I remember early on in my teaching ABE career, I ran into a colleague who wanted to have stories and articles with happy endings so we didn’t add to the misery of the students’ lives. I couldn’t then tell her why that seemed so wrong-headed to me. She didn’t want anyone upset and wanted the class to be comfortable for everyone—and I suspect most of all for her. —Evelyn Battell, comment on an earlier post
Many ABE instructors will give the same reasons as Evelyn’s colleague for not wanting to use “difficult” material with their students: it will upset the students, and it will make the teacher uncomfortable. The reasons come as two faces of a weighted coin: What is most comfortable for the teacher often turns out to be what is “best for the students.”
In this series on trigger warnings I have given some examples of what I have learned about shaping my teaching around material that reflects the lives, struggles, hopes, and current conditions of literacy, ABE and GED students.
Most of us exercise a large degree of control over the content we bring to our students. Teaching the skills of reading and writing can be done using any subject—in fact, studies of best practices usually recommend that we pick something relevant to the student when we begin to work on those skills. Usually the difficulty we face is a lack of resources, when neither the students nor the program have funds to buy texts. Often we resort to things we can download from the net, or photocopy.
So given that we can choose anything, why should you choose material that you think will need a trigger warning?
- Because it’s respectful. However hard people’s lives are, you don’t make them easier by ignoring them or leaving their stories out. Reading material that never reflects students’ own situations perpetrates a lie. It is damaging, not healing. It tells the student that s/he is wrong, and doesn’t fit within the human context.
- Because it teaches the true value and purpose of reading and writing. People read because they find something useful in the text: information they can use in their daily lives; a reflection of themselves that inspires or consoles. People write because they have something to say. Reading offers us the powerful experience of seeing our lives reflected back to us. However, if students always read stories about people they don’t recognize and don’t care about, reading itself seems boring and pointless.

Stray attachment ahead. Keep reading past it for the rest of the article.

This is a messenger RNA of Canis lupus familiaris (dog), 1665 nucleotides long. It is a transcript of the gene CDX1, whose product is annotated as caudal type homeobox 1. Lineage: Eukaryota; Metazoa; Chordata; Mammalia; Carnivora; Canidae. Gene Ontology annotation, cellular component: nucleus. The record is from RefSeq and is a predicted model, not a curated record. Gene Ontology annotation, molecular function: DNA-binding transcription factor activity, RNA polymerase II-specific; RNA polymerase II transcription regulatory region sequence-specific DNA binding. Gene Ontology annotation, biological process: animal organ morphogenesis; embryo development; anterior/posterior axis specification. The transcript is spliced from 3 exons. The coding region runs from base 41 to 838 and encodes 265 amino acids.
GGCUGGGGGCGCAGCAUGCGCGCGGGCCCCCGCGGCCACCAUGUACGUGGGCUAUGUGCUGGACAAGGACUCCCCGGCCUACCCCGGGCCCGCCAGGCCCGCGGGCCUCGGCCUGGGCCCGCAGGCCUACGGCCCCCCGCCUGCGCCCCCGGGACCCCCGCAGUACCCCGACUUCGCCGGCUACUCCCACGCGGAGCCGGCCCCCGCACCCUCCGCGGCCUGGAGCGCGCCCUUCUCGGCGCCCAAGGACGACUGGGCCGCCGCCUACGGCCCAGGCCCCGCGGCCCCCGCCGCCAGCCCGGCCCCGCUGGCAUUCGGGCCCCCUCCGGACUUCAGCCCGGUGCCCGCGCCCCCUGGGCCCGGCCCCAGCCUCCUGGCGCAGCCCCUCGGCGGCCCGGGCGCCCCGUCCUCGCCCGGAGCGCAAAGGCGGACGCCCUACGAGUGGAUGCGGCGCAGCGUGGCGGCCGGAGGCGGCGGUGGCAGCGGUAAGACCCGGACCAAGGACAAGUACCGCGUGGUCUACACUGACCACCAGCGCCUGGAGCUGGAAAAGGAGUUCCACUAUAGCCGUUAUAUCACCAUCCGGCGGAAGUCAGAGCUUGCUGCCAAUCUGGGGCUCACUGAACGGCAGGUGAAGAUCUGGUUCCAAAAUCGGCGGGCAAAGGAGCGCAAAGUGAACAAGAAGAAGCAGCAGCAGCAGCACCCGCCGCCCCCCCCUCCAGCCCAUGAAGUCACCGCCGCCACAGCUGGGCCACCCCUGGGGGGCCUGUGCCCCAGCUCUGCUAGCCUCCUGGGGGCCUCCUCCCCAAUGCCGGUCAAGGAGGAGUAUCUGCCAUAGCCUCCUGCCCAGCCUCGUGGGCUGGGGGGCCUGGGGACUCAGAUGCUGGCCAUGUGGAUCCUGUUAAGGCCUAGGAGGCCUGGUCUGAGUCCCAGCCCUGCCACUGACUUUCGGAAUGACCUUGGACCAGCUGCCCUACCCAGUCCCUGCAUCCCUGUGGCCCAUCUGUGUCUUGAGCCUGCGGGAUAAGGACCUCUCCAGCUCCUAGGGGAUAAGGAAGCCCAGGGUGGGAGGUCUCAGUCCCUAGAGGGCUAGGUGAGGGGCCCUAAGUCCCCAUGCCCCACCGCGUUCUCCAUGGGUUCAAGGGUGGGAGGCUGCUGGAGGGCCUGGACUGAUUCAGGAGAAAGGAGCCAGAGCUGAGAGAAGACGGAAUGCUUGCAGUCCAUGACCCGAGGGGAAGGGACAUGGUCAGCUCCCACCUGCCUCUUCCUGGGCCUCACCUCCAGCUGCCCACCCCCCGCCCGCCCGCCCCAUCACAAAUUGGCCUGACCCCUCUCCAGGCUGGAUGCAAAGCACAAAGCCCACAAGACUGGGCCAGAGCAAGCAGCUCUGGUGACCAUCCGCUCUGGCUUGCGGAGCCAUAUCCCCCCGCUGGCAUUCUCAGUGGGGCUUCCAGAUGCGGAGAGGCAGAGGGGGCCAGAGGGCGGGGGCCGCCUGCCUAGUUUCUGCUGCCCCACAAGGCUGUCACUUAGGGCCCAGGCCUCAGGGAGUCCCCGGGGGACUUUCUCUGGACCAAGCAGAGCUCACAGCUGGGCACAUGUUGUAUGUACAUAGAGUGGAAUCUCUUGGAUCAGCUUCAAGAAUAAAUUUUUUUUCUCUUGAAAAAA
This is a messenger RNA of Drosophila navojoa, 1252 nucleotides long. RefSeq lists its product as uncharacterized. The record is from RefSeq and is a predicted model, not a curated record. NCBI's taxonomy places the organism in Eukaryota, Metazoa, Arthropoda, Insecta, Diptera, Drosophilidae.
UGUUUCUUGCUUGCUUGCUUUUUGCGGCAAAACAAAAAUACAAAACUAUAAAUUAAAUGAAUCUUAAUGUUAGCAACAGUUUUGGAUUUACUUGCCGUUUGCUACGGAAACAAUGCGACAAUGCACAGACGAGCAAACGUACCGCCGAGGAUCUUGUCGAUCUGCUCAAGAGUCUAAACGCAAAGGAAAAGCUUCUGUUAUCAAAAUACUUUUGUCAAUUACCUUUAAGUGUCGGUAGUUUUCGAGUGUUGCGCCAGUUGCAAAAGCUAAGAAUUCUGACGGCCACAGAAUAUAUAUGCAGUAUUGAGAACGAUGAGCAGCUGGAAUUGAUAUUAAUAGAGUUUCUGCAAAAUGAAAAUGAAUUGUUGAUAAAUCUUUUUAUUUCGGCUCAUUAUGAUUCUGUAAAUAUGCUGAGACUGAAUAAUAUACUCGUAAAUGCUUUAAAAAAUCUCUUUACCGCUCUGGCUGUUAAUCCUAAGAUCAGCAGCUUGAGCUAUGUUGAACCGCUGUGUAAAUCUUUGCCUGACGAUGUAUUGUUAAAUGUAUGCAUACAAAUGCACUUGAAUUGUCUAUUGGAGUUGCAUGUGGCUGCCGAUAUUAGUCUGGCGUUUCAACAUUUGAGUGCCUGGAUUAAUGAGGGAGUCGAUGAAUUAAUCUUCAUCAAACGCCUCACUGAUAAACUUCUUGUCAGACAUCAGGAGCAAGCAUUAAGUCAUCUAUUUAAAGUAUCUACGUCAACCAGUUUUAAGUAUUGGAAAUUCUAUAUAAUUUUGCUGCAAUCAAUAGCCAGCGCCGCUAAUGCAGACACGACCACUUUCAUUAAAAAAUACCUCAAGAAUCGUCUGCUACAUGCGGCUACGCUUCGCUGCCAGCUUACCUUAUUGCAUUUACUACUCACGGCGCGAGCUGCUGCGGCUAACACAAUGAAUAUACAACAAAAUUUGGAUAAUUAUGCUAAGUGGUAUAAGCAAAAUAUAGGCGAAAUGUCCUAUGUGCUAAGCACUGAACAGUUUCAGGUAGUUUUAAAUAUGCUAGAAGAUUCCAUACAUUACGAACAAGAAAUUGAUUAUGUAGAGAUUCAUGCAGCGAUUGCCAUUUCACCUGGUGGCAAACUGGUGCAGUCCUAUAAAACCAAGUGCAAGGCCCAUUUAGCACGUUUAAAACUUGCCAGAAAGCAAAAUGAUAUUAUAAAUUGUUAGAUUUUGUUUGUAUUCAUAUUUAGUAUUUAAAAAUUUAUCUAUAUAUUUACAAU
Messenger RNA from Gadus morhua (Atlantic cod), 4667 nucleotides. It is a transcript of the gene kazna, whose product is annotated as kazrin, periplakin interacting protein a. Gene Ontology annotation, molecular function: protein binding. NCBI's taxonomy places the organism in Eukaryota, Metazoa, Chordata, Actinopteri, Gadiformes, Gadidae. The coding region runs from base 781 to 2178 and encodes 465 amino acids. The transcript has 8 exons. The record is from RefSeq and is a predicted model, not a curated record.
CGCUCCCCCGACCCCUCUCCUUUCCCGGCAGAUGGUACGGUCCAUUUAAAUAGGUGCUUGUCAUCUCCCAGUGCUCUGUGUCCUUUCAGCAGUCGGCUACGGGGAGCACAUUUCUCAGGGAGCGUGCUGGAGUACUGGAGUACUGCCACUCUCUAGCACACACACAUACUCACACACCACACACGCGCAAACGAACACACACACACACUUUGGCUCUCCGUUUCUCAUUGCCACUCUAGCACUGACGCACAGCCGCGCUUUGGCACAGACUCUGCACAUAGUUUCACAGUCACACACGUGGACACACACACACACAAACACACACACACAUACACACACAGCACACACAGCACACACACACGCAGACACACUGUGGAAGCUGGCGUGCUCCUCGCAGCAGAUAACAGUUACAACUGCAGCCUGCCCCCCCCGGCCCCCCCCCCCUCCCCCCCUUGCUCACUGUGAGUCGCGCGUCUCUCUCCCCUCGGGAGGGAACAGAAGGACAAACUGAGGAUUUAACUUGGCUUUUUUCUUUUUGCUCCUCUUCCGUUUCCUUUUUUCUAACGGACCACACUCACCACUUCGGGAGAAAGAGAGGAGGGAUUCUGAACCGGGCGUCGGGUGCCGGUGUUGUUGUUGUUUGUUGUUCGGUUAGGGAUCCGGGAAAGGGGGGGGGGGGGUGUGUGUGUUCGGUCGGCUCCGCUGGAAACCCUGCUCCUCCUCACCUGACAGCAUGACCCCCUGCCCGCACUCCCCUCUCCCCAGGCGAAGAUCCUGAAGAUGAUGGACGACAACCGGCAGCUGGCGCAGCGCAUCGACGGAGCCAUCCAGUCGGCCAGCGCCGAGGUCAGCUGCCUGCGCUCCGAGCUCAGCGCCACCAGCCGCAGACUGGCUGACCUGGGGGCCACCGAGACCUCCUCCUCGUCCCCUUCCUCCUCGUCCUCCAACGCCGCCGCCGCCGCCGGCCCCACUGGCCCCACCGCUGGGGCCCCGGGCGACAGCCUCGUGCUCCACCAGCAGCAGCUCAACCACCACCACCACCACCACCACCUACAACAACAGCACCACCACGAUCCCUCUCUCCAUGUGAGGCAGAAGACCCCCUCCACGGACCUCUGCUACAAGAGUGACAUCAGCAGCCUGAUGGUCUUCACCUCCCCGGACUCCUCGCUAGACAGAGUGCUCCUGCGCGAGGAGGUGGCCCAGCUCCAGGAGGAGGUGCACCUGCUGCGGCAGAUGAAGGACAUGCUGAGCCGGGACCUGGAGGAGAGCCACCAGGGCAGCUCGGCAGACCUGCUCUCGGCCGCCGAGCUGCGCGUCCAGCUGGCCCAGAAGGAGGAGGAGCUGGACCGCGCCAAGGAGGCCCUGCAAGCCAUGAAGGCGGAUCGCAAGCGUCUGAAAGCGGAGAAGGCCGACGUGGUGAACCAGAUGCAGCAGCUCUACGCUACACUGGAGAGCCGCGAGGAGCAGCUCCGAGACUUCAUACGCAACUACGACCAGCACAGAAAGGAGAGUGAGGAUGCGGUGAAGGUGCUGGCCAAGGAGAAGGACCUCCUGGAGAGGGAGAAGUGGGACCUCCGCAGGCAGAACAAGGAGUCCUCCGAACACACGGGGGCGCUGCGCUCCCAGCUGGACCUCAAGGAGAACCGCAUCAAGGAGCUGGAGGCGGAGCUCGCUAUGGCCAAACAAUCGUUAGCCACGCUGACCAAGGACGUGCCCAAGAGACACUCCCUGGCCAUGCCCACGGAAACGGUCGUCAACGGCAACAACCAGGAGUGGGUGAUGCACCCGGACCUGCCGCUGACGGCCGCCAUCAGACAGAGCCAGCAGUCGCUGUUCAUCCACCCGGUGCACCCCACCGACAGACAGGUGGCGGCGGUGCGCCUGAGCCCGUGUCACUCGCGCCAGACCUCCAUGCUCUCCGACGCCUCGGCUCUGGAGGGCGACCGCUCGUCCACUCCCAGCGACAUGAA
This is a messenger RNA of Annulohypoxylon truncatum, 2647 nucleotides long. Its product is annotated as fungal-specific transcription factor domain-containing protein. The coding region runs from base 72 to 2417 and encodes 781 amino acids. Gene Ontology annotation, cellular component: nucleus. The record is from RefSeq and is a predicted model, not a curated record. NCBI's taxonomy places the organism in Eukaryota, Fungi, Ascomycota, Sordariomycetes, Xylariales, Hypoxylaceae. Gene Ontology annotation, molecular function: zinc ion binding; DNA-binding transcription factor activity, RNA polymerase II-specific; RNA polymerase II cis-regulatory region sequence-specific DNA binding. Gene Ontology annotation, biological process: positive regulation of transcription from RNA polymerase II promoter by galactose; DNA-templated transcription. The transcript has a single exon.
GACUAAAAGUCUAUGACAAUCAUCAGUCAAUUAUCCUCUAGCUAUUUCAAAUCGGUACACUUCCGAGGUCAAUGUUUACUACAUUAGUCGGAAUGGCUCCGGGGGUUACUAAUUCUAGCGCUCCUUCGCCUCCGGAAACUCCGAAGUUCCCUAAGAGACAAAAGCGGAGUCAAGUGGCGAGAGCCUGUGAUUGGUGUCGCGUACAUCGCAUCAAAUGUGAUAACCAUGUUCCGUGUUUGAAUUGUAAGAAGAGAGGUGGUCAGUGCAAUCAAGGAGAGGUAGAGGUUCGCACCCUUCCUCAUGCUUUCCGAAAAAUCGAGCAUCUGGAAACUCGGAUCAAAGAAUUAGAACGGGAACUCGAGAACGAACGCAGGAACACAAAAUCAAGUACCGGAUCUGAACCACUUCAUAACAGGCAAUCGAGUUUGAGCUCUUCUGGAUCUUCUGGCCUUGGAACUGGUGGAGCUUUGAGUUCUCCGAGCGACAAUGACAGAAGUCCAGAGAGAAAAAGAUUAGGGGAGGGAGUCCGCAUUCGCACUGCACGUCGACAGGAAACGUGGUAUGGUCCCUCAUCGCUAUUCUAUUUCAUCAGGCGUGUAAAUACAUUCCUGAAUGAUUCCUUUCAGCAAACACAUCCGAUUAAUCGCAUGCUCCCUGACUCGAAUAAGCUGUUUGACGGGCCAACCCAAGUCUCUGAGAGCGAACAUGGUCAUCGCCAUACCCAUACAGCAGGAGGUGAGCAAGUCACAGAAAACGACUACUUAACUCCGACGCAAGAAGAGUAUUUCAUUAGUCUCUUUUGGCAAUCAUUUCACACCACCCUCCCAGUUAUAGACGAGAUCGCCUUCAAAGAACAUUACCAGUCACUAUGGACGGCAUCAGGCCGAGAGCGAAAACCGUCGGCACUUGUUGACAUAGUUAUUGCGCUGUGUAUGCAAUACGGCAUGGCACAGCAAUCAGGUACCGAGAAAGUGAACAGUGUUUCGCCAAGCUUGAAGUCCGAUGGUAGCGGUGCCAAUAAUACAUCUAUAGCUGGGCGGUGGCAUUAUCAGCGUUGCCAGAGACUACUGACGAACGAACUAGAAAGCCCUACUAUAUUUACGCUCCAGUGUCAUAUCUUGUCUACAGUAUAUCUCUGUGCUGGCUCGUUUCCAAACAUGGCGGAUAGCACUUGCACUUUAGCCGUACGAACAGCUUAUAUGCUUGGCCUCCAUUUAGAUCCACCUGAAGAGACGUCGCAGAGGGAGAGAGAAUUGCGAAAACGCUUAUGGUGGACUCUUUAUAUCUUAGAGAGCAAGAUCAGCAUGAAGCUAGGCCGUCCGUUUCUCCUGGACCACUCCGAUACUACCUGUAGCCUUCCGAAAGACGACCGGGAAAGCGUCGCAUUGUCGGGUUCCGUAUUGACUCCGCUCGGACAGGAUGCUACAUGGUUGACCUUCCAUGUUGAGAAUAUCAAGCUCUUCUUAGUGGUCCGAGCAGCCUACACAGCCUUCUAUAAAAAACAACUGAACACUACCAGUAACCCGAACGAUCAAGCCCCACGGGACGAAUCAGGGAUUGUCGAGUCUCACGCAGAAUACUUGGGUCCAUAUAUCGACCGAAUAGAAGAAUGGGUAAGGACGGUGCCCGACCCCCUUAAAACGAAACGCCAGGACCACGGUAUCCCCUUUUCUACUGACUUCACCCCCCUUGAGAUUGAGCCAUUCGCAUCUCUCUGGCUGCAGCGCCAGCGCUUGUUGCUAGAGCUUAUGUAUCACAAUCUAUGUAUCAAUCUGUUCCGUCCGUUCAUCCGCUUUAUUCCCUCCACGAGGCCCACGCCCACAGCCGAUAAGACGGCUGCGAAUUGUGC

- Because it connects us. I want to help students understand that they are not alone in their experiences, by showing their experiences represented in text. When you see you are not alone, you can begin to understand that it is not your fault.
One year my class read a little novel about a woman whose husband beat her. I was concentrating on vocabulary and plot, and making sure I had up-to-date referrals to local groups that could help women in the same situation. Into my busyness a South Asian woman threw a stunning statement that shows how reading connects. “I didn’t know it happened to white women,” she said.
The process of dealing with tough stuff is wonderful and powerful. Teachers and students both “lean in.” Everyone is aware that something important is up for discussion, that language is being scrutinized, that boundaries are being negotiated. The awareness electrifies the atmosphere.
That’s where the power of the written word is revealed to students who have already decided that reading and writing are not relevant to their lives, that school is just a hoop you have to jump through to get to the real prize—a better job. That’s where the power of language allows them to see themselves and their lives in a new and interesting way. That’s where the transformation happens.
And in that electrified atmosphere, dealing with real issues and important themes, the skills we are charged with teaching come into sharp focus: finding the words to express yourself and getting immediate feedback as others respond to your words; paying attention to the ideas of others. What are they saying? Do they have reason on their side? How are they manipulating my thinking? Why is it important to me and to others not like me? (What is the main idea? Are the supporting details relevant? Is it fact or opinion? How does it evoke emotions? What difference does it make in my world and in the larger world?)
Not Safe, But Safer
And all of this in a space that the teacher has managed to make, not absolutely safe, but safer, by showing respect for students’ lives, by acknowledging that painful experiences interfere with present life and learning, and by providing students with access to stories and articles about people who share their experiences, their problems, their joys; in short, by including them and their lives in the description of the human condition.